This picture of mom, dad and her two sons in law was taken on her 70th birthday. The disease had already been ravaging her for a few years, but she still had good days, like this one, surrounded by friends and family.

There is so much my mother knew. I often wonder about our roots, our family: where did we come from. As a young man, you don’t care about your roots, but as a father, I realize the importance of heritage, and I feel the need to have as many answers as possible so that one day, when my son asks, I can pass on those stories. However, by the time I began to really care about those stories, mom’s memory was gone. While she met her grandson a couple of times before she died, I’m not sure she actually realized that she was a grandmother. I do remember, however, that she was afraid that she would have to look after him, raise him. In her generation, men didn’t raise kids. That was her biggest fear, not joy that her son finally, after all those decades of hopelessness, was to become a father. I don’t blame her, but that hurt. It still does.

I miss my mother. I miss that we will never be able to swap kids stories, compare how alike my childhood was to my son’s. Did I behave as well/as badly as Sascha does at times? Did I fall asleep easily or did I keep getting up again and again, trying to push her buttons? What stories was I told as a kid? Did I insist on choosing my own clothes? Was I stubborn? I have some of those answers, I have the memories from my childhood, but not as far back as being two or three years old. And I wonder, how much of me is in Sascha? I will never have those answers. And for that, I miss my mother.

Mom was wise, mom was smart, and she had a heart of gold. She lives on, in the way I fold my underwear, in the way my dad insists on ironing his briefs to this day, in the way he stores silver wear and plates in the kitchen, how he buys groceries. Mom lives on in our memories, and we cherish the ones we have. They say it’s worthless to cry for spilled milk, but once every year, on December 5th, we get to at least express regret, regret that she’s no longer with us. For mom and us, death came as a mercy. It doesn’t make the consequences any easier to bear.

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Have a peaceful and calm third week of Advent, and if you still have your parents, why not give them a call. Tell them you love them. It’s never too late, until it really truly is…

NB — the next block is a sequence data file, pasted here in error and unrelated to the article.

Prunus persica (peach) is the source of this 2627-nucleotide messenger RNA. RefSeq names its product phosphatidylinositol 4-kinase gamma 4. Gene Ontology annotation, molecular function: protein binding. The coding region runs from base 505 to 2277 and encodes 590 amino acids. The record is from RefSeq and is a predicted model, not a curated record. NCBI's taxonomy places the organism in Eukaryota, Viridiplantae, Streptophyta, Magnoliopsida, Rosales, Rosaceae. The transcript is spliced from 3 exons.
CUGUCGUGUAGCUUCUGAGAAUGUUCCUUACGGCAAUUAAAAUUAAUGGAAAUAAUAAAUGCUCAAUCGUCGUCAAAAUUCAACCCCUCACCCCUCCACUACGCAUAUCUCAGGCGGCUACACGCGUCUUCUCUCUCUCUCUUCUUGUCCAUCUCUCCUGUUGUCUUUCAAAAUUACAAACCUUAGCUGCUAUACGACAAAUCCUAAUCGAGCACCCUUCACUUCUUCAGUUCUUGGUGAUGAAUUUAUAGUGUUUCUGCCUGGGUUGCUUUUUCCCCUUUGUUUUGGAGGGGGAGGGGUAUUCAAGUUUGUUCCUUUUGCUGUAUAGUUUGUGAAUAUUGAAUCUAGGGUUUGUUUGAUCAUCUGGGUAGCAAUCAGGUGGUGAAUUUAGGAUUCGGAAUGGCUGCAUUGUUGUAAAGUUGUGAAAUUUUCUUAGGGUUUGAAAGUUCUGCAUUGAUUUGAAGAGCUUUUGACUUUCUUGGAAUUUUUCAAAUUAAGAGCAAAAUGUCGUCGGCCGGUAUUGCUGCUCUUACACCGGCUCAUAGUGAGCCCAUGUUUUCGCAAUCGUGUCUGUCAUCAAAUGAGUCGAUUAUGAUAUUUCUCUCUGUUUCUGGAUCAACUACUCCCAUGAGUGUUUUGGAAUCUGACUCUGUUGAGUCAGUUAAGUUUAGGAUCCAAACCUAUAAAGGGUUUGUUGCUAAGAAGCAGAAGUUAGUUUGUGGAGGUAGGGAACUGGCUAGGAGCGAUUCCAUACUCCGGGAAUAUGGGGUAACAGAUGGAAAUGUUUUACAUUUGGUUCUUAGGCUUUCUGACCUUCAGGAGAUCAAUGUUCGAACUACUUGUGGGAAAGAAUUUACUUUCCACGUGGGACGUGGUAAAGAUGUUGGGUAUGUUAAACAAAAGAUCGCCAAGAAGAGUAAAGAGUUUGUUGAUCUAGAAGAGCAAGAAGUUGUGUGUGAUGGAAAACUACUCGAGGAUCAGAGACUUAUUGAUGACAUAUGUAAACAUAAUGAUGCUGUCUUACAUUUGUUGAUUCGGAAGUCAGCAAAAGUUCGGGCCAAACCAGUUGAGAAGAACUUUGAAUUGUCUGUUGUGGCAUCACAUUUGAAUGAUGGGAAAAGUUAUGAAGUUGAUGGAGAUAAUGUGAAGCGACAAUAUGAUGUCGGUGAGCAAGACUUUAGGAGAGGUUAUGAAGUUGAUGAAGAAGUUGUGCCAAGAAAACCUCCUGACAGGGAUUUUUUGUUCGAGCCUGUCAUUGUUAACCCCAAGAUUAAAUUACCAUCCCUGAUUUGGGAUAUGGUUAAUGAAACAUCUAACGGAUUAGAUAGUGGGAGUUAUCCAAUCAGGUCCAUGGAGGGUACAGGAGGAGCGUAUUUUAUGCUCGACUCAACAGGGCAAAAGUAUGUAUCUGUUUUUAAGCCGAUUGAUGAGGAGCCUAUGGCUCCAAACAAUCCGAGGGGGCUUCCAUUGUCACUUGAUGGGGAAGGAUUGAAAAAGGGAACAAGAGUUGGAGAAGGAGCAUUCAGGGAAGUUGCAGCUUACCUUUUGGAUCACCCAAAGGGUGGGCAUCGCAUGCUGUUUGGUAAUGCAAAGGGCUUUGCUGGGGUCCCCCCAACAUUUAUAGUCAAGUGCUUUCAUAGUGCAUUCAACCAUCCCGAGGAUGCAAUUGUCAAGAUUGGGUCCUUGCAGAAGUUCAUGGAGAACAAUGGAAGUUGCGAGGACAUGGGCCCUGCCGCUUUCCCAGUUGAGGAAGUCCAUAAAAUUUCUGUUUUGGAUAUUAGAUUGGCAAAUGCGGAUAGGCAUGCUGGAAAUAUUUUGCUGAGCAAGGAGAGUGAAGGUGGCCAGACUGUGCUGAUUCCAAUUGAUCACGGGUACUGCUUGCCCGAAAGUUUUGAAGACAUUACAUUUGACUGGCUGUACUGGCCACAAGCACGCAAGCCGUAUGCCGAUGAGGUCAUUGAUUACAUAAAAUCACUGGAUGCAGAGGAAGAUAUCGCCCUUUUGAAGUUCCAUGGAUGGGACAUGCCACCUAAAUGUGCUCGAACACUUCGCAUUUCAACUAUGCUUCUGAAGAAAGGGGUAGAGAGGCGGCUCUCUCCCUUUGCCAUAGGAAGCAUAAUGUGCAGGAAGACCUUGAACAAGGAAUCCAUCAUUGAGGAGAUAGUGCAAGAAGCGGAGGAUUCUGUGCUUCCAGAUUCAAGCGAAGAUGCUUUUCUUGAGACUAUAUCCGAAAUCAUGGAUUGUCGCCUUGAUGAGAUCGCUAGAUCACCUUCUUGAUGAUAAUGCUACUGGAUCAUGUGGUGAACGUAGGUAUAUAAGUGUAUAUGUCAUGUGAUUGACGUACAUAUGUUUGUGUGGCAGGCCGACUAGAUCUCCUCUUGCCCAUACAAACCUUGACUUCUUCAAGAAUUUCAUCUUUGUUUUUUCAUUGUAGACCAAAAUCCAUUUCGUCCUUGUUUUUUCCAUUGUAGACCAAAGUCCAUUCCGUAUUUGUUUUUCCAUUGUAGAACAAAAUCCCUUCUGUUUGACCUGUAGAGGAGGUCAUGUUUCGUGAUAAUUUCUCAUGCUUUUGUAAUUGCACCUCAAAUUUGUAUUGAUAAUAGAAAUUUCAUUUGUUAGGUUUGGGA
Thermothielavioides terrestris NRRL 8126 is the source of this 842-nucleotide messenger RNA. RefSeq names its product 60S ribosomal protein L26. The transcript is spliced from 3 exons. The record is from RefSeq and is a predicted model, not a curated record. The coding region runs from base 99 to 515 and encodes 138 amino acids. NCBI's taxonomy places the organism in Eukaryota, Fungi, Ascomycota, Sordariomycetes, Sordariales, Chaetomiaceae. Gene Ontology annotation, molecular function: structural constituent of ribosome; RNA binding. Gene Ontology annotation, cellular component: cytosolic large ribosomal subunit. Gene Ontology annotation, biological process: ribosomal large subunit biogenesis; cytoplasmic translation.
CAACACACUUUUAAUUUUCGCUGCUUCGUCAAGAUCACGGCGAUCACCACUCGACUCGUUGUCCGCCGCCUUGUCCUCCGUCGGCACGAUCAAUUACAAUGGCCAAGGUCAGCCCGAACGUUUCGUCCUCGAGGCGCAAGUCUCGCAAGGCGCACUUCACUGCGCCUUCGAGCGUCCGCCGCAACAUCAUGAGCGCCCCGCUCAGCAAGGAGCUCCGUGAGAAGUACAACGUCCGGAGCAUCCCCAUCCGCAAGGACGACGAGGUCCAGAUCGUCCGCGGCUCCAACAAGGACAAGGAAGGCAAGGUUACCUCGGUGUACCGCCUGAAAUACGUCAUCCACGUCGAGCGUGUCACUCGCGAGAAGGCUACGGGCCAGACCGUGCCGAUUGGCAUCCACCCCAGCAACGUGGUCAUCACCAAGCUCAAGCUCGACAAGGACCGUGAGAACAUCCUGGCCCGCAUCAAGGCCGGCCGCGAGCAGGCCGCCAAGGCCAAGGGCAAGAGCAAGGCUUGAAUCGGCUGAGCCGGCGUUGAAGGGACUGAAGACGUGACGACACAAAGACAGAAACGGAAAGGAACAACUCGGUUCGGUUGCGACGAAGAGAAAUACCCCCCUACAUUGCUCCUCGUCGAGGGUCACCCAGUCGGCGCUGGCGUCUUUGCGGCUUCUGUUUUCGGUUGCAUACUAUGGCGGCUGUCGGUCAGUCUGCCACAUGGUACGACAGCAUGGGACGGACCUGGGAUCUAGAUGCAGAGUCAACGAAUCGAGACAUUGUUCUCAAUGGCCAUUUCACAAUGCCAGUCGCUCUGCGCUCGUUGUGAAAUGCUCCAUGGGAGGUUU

Research to get it factually right or to wing it? A writer’s difficult decisions… #asmsg #amwriting #LGBT #HIV

Research to get it factually right or to wing it? A writer’s difficult decisions… #asmsg #amwriting #LGBT #HIV

Factual accuracy vs winging it, not always an easy decision

I’m sure you’ve seen movies filmed in your home town, or at least a town you know. I have. I’ve seen Bond movies where they board a train in my home town, only to disembark on the other side of the country. Impossible, but nobody seemed to care. I’ve seen car chases in crime moves here in the city where they were chasing each other down one street and arrived somewhere entirely different. Artistic freedom? Botched research? Or did they simply not care?

In my novel, Willem of the Tafel, which plays out centuries after an all out nuclear war, the biggest challenge was to get the "world building" right. How bad would an all out war affect our planet? The answer: we don't really know.

In my novel, Willem of the Tafel, which plays out centuries after an all out nuclear war, the biggest challenge was to get the “world building” right. How bad would an all out war affect our planet? The answer: we don’t really know.

What about books? I recall a debate I had with this author of science fiction. It’s been over a year now, but he came down hard on me about my assumptions of how nuclear devices would impact if the exploded. I had done a lot of reading and research, leading up to making those “assumptions”, but believe it or not, most of the pertinent research publicly available was form the 1980s and written on typewriters. Yeah, kind of outdated. However, it’s the best I had access to, as I’m not privy to classified research models within the Pentagon. Sadly. I would’ve loved to talk to some of those experts, but alas… However, I was beat over the head with knowledge based on Hiroshima and Nagasaki, which was even stranger. If you’ve ever heard of Moore’s law of development you know that things develop more and faster (exponentially even), and not backwards. What’s to say that by the year 2100 nuclear bombs would be like they were in 1945? I made an assumption based on the 1980s and tried to extrapolate. Why? Because nobody really knows what will be. Now mind you, Moore’s Law is about computers, not bombs, but still, development is often exponential, not linear, are certainly not regressing (except in politics where we seem to never learn the lesson, but that’s for another day…)